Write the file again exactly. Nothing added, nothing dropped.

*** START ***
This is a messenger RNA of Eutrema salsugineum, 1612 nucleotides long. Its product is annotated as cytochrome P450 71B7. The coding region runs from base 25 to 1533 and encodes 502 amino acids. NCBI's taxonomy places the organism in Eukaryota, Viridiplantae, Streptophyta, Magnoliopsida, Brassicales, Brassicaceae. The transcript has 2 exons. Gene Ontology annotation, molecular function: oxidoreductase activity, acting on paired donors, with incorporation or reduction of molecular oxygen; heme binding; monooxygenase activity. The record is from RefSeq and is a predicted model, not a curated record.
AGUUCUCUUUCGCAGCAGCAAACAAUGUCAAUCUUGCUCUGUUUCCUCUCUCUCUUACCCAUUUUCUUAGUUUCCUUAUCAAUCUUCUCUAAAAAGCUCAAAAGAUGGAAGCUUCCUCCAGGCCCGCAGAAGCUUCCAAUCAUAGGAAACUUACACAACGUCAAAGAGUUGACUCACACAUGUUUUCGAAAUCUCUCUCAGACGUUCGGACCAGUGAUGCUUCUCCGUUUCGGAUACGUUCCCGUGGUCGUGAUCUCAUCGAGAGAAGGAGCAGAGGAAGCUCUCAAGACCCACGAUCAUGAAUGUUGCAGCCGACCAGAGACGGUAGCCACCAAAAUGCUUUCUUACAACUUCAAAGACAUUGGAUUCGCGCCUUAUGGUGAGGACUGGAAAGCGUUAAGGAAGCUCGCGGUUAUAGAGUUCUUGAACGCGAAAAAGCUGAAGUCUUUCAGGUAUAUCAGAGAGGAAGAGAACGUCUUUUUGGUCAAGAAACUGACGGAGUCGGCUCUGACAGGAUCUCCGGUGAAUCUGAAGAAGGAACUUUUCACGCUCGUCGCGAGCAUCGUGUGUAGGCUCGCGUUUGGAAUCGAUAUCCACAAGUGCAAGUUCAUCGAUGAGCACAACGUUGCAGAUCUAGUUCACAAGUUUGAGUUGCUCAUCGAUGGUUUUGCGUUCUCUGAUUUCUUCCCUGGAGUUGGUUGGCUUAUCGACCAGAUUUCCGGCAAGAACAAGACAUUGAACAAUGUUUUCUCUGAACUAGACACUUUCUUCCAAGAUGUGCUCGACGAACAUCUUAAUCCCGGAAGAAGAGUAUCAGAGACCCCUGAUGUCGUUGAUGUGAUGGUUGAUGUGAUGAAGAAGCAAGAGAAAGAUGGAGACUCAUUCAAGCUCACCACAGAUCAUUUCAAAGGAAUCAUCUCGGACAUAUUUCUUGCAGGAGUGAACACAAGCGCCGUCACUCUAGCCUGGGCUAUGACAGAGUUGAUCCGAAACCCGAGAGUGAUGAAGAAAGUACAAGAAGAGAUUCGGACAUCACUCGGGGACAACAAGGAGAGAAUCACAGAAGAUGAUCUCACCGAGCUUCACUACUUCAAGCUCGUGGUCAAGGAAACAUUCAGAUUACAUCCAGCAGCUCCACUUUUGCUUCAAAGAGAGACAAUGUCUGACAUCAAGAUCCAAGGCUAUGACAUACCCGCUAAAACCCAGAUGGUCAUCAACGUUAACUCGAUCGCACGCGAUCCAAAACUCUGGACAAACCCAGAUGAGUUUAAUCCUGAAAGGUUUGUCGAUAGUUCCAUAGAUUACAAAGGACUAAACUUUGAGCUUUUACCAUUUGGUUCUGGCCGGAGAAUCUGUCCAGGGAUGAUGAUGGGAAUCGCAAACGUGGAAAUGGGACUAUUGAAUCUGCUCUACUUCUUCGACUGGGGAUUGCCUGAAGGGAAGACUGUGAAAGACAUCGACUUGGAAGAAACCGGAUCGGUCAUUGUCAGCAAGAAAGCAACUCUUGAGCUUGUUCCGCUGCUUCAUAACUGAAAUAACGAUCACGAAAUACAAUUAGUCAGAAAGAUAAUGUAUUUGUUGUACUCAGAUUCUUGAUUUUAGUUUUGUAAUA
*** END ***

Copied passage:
This is a messenger RNA of Eutrema salsugineum, 1612 nucleotides long. Its product is annotated as cytochrome P450 71B7. The coding region runs from base 25 to 1533 and encodes 502 amino acids. NCBI's taxonomy places the organism in Eukaryota, Viridiplantae, Streptophyta, Magnoliopsida, Brassicales, Brassicaceae. The transcript has 2 exons. Gene Ontology annotation, molecular function: oxidoreductase activity, acting on paired donors, with incorporation or reduction of molecular oxygen; heme binding; monooxygenase activity. The record is from RefSeq and is a predicted model, not a curated record.
AGUUCUCUUUCGCAGCAGCAAACAAUGUCAAUCUUGCUCUGUUUCCUCUCUCUCUUACCCAUUUUCUUAGUUUCCUUAUCAAUCUUCUCUAAAAAGCUCAAAAGAUGGAAGCUUCCUCCAGGCCCGCAGAAGCUUCCAAUCAUAGGAAACUUACACAACGUCAAAGAGUUGACUCACACAUGUUUUCGAAAUCUCUCUCAGACGUUCGGACCAGUGAUGCUUCUCCGUUUCGGAUACGUUCCCGUGGUCGUGAUCUCAUCGAGAGAAGGAGCAGAGGAAGCUCUCAAGACCCACGAUCAUGAAUGUUGCAGCCGACCAGAGACGGUAGCCACCAAAAUGCUUUCUUACAACUUCAAAGACAUUGGAUUCGCGCCUUAUGGUGAGGACUGGAAAGCGUUAAGGAAGCUCGCGGUUAUAGAGUUCUUGAACGCGAAAAAGCUGAAGUCUUUCAGGUAUAUCAGAGAGGAAGAGAACGUCUUUUUGGUCAAGAAACUGACGGAGUCGGCUCUGACAGGAUCUCCGGUGAAUCUGAAGAAGGAACUUUUCACGCUCGUCGCGAGCAUCGUGUGUAGGCUCGCGUUUGGAAUCGAUAUCCACAAGUGCAAGUUCAUCGAUGAGCACAACGUUGCAGAUCUAGUUCACAAGUUUGAGUUGCUCAUCGAUGGUUUUGCGUUCUCUGAUUUCUUCCCUGGAGUUGGUUGGCUUAUCGACCAGAUUUCCGGCAAGAACAAGACAUUGAACAAUGUUUUCUCUGAACUAGACACUUUCUUCCAAGAUGUGCUCGACGAACAUCUUAAUCCCGGAAGAAGAGUAUCAGAGACCCCUGAUGUCGUUGAUGUGAUGGUUGAUGUGAUGAAGAAGCAAGAGAAAGAUGGAGACUCAUUCAAGCUCACCACAGAUCAUUUCAAAGGAAUCAUCUCGGACAUAUUUCUUGCAGGAGUGAACACAAGCGCCGUCACUCUAGCCUGGGCUAUGACAGAGUUGAUCCGAAACCCGAGAGUGAUGAAGAAAGUACAAGAAGAGAUUCGGACAUCACUCGGGGACAACAAGGAGAGAAUCACAGAAGAUGAUCUCACCGAGCUUCACUACUUCAAGCUCGUGGUCAAGGAAACAUUCAGAUUACAUCCAGCAGCUCCACUUUUGCUUCAAAGAGAGACAAUGUCUGACAUCAAGAUCCAAGGCUAUGACAUACCCGCUAAAACCCAGAUGGUCAUCAACGUUAACUCGAUCGCACGCGAUCCAAAACUCUGGACAAACCCAGAUGAGUUUAAUCCUGAAAGGUUUGUCGAUAGUUCCAUAGAUUACAAAGGACUAAACUUUGAGCUUUUACCAUUUGGUUCUGGCCGGAGAAUCUGUCCAGGGAUGAUGAUGGGAAUCGCAAACGUGGAAAUGGGACUAUUGAAUCUGCUCUACUUCUUCGACUGGGGAUUGCCUGAAGGGAAGACUGUGAAAGACAUCGACUUGGAAGAAACCGGAUCGGUCAUUGUCAGCAAGAAAGCAACUCUUGAGCUUGUUCCGCUGCUUCAUAACUGAAAUAACGAUCACGAAAUACAAUUAGUCAGAAAGAUAAUGUAUUUGUUGUACUCAGAUUCUUGAUUUUAGUUUUGUAAUA